There was a huge movement against the war in Vietnam back then, and many involved in it were saying this was an imperialist war that was aimed at drowning the liberation struggle of the Vietnamese people in blood. Groups like the Black Panther Party were saying that Black people had no business fighting for the U.S. in Vietnam while Black people were having dogs sicked on them here in the U.S. while fighting for their rights.

I became convinced that this was true off of talking to a lot of GIs who had been in Vietnam fighting. They told me about atrocities committed against Vietnamese people that they had seen and some of them had even been a part of. About how they were trained to look at the Vietnamese people as a whole—men, women, and even children—as the enemy. I learned that things like the My Lai massacre, where U.S. troops destroyed a village and murdered many of its inhabitants—most of whom were women, children, and old men—because they suspected they supported the Vietnamese liberation fighters, was a routine occurrence. That the U.S. military frequently "destroyed the village in order to save the village." That U.S. troops called in air strikes on villages if they THOUGHT they were being fired at from the direction of that village. That they killed Vietnamese people indiscriminately and raped women.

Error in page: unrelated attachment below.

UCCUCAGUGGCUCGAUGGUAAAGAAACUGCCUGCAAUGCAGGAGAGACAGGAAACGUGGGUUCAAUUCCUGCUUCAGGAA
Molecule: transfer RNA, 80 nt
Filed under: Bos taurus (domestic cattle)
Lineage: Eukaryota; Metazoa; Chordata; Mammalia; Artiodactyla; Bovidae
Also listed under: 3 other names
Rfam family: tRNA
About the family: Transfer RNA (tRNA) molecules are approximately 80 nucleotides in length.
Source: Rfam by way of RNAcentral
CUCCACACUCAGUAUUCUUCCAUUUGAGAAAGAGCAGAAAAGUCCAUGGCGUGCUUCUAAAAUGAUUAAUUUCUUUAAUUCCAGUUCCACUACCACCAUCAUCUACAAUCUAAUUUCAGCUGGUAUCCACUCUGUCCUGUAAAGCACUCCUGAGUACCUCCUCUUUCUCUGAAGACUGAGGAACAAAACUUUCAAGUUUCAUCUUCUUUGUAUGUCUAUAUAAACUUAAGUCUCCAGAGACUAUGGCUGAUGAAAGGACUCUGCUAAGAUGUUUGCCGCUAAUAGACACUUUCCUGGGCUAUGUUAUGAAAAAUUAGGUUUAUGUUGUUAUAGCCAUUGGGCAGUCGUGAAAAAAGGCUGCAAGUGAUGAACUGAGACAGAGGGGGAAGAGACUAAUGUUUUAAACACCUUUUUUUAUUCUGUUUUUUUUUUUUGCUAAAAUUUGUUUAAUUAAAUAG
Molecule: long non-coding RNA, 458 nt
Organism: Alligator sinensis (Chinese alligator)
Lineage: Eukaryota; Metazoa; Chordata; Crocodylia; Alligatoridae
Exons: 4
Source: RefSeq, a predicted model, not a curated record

I recalled that back in basic training our drill sergeants had fed us stories about the horrible things Vietnamese liberation fighters would do. They said they'd put a grenade in a baby carriage and blow up the baby to kill U.S. GIs. The drill sergeants would call Vietnamese people gooks, dinks and slopes non-stop. They were getting us ready to be part of the U.S. imperialist killing machine that could rain death and destruction indiscriminately on Vietnamese people in order to keep U.S. global domination in effect back then.

I also learned that there were U.S. GIs who were resisting this war from inside the military. Some units marched off in the opposite direction from where they thought the Vietnamese rebels were. Other units just flat out refused to fight, and some GIs even fragged officers who tried to make them fight.